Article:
Collaborative Research: Linking Marine and Terrestrial Sedimentary Evidence for Plio-pleistocene Variability of Weddell Embayment and Antarctic Peninsula Glaciation
Scotia Sea Plio-Pleistocene Paleomagnetics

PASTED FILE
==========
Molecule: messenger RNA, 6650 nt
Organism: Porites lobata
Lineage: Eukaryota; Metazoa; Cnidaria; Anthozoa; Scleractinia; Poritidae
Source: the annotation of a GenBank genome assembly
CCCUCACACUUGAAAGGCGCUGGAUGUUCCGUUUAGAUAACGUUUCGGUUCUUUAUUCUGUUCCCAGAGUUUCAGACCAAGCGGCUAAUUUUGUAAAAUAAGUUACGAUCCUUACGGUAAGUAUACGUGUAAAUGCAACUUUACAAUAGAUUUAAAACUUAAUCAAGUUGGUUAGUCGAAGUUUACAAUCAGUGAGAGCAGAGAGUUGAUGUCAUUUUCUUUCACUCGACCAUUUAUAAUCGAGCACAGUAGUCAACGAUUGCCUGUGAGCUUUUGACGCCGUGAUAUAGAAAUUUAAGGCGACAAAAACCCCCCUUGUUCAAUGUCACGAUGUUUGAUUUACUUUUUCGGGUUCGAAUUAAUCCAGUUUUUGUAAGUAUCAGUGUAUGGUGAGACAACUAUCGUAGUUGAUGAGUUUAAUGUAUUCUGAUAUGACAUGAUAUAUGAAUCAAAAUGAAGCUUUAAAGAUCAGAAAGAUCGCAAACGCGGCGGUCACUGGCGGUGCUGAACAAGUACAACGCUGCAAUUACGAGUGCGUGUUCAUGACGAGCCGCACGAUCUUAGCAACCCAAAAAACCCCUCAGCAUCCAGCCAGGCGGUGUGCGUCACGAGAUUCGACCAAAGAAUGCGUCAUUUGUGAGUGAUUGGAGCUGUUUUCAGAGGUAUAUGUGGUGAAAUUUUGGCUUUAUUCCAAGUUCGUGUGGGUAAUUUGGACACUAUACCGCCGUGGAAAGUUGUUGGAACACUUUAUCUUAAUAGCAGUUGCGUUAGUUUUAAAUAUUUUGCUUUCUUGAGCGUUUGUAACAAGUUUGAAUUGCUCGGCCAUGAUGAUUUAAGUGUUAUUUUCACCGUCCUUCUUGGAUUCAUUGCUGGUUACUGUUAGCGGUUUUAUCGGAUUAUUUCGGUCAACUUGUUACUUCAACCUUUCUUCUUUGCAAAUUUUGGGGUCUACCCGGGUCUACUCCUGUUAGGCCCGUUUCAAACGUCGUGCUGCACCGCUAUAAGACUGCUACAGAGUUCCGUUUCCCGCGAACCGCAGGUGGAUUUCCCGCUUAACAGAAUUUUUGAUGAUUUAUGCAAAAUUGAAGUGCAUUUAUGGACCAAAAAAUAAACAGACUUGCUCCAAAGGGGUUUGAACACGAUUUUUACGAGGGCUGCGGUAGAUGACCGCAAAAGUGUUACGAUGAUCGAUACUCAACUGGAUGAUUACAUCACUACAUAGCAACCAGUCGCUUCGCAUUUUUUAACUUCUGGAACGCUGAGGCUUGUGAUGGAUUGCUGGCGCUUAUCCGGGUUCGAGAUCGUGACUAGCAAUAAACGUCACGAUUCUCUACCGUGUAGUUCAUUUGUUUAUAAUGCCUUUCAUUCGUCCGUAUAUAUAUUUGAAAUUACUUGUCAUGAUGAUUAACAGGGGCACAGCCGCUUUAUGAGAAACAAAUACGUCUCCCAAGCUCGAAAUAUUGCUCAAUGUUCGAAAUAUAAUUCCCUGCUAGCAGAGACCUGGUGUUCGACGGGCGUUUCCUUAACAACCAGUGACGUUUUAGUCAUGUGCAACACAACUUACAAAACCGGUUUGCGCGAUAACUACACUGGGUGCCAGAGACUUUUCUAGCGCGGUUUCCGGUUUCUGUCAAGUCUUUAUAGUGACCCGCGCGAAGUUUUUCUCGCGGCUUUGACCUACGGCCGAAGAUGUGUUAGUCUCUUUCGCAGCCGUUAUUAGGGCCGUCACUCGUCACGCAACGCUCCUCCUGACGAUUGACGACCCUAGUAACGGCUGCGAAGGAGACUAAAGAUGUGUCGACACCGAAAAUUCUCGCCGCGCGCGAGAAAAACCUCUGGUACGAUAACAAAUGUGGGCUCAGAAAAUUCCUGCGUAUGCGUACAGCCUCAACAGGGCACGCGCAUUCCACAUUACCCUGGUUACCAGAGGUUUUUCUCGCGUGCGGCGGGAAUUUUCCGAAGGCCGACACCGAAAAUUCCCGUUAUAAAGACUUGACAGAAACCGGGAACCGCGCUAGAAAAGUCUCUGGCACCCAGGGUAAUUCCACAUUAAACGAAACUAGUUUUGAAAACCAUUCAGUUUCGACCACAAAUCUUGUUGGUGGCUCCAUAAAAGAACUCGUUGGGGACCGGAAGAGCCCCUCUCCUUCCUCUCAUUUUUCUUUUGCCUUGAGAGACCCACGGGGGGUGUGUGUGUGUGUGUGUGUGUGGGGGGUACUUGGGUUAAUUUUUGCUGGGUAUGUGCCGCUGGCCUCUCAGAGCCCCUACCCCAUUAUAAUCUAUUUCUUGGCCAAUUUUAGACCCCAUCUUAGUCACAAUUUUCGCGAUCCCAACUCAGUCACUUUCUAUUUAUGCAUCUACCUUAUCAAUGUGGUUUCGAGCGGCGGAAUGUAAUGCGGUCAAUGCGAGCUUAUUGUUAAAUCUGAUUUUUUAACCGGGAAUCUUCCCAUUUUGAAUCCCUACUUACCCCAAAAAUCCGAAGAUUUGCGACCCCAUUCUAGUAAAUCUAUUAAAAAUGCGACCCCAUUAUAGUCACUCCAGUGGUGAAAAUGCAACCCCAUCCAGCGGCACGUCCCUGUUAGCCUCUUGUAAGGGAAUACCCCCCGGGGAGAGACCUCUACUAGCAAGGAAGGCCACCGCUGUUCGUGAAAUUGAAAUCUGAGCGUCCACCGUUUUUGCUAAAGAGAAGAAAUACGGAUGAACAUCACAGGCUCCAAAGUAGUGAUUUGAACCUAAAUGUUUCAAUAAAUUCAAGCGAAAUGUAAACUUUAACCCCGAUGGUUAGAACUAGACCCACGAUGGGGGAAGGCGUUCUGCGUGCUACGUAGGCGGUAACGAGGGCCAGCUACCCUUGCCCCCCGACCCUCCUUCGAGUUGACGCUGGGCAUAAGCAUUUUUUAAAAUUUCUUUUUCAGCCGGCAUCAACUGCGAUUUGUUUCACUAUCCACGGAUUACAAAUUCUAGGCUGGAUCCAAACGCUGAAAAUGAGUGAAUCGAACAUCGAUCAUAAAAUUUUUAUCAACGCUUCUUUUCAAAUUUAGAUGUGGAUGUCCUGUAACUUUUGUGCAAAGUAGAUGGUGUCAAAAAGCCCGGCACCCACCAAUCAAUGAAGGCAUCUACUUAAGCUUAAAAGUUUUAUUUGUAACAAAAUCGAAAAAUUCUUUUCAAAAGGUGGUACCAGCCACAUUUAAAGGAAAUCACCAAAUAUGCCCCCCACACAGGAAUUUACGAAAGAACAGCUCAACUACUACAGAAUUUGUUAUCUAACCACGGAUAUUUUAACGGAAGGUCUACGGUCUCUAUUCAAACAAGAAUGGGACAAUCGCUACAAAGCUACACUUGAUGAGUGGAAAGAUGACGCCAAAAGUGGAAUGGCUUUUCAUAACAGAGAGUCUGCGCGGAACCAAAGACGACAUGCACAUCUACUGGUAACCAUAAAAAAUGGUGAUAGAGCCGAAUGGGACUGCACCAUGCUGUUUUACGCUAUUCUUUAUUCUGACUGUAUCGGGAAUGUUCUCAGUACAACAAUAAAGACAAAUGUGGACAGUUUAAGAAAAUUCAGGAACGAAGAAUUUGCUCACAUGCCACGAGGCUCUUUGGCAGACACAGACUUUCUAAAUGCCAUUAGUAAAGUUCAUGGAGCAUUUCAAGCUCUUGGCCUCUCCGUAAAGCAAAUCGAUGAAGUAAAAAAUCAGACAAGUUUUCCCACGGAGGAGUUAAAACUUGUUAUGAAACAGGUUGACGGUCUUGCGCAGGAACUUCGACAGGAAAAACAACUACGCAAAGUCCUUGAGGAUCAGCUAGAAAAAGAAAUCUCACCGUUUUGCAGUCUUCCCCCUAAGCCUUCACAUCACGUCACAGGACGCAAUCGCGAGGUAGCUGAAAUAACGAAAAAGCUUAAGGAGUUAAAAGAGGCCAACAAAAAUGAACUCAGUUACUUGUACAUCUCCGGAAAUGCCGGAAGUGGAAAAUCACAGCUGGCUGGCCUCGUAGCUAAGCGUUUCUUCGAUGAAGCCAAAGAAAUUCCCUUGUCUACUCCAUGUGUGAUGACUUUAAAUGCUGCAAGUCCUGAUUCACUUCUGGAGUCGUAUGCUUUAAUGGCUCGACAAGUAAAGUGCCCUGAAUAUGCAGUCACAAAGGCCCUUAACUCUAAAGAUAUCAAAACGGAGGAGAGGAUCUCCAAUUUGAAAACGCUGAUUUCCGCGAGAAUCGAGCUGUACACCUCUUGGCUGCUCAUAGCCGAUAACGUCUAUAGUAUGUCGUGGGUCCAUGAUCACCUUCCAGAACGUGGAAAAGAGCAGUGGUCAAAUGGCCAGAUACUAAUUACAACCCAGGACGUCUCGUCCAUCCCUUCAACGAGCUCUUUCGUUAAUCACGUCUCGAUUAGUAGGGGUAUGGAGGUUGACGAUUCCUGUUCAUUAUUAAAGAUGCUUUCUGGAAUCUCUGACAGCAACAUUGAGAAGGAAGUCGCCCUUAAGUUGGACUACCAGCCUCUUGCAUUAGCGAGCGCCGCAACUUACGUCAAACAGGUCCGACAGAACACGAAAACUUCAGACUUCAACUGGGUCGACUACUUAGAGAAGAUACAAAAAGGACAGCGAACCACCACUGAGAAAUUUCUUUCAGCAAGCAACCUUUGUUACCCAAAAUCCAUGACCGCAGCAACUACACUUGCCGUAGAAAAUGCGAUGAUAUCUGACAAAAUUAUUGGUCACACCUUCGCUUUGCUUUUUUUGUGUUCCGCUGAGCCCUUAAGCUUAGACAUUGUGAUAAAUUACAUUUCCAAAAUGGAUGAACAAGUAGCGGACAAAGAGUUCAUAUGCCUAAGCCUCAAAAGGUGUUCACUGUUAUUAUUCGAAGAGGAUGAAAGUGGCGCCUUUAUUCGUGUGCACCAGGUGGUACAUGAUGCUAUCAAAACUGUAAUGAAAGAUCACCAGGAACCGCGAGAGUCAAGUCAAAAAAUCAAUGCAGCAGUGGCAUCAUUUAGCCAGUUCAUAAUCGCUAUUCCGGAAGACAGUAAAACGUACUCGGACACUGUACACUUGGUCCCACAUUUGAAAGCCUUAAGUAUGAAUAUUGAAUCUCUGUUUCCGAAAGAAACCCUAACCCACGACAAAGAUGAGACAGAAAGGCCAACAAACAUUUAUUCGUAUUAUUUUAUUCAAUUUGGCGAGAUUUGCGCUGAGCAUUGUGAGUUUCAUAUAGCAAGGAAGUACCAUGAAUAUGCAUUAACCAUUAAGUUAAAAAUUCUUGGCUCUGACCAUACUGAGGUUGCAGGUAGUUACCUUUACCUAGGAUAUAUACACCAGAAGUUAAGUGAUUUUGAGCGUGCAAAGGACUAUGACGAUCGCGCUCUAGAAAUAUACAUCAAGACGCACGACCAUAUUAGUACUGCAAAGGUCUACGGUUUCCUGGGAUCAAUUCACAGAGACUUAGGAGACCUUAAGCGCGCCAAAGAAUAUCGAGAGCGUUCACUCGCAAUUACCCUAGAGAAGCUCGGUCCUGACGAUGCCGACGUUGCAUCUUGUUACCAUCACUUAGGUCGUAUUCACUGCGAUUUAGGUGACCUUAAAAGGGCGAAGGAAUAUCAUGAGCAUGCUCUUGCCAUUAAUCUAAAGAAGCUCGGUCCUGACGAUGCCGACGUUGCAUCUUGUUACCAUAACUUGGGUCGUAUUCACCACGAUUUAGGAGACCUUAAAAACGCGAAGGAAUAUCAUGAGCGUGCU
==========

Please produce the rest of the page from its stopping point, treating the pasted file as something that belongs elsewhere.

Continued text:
The potential for future sea level rise from melting and collapse of Antarctic ice sheets and glaciers is concerning. We can improve our understanding of how water is exchanged between Antarctic ice sheets and the ocean by studying how ice sheets behaved in past climates, especially conditions that were similar to or warmer than those at present. For this project, the research team will document Antarctica's response across an interval when Earth transitioned from the warm Pliocene into the Pleistocene ice ages by combining marine and land evidence for glacier variations from sites near the Antarctic Peninsula, complimented by detailed work on timescales and fossil evidence for environmental change. An important goal is to test whether Antarctica's glaciers changed at the same time as glaciers in the Northern Hemisphere as Earth's most recent Ice Age intensified, or alternatively responded to regional climate forcing in the Southern Hemisphere. Eleven investigators from seven US institutions, as well as Argentine collaborators, will study new sediment cores from the International Ocean Discovery Program, as well as legacy cores from that program and on-land outcrops on James Ross Island. The group embraces a vertically integrated research program that allows high school, undergraduate, graduate, post-docs and faculty to work together on the same projects. This structure leverages the benefits of near-peer mentoring and the development of a robust collaborative research network while allowing all participants to take ownership of different parts of the project. All members of the team are firmly committed to attracting researchers from under-represented groups and will do this through existing channels as well as via co-creating programming that centers the perspectives of diverse students in conversations about sea-level rise and climate change. The proposed research seeks to understand phasing between Northern and Southern Hemisphere glacier and climate changes, as a means to understand drivers and teleconnections. The dynamics of past Antarctic glaciation can be studied using the unique isotope geochemical and mineralogic fingerprints from glacial sectors tied to a well-constrained time model for the stratigraphic successions. The proposed work would further refine the stratigraphic context through coupled biostratigraphic and magnetostratigraphic work. The magnitude of iceberg calving and paths of icebergs will be revealed using the flux, geochemical and mineralogic signatures, and 40Ar/39Ar and U-Pb geochronology of ice-rafted detritus. These provenance tracers will establish which sectors of Antarctica's ice sheets are more vulnerable to collapse, and the timing and pacing of these events will be revealed by their stratigraphic context. Additionally, the team will work with Argentine collaborators to connect the marine and terrestrial records by studying glacier records intercalated with volcanic flows on James Ross Island. These new constraints will be integrated with a state of the art ice-sheet model to link changes in ice dynamics with their underlying causes. Together, these tight stratigraphic constraints, geochemical signatures, and ice-sheet model simulations will provide a means to compare to the global records of climate change, understand their primary drivers, and elucidate the role of the Antarctic ice sheet in a major, global climatic shift from the Pliocene into the Pleistocene.
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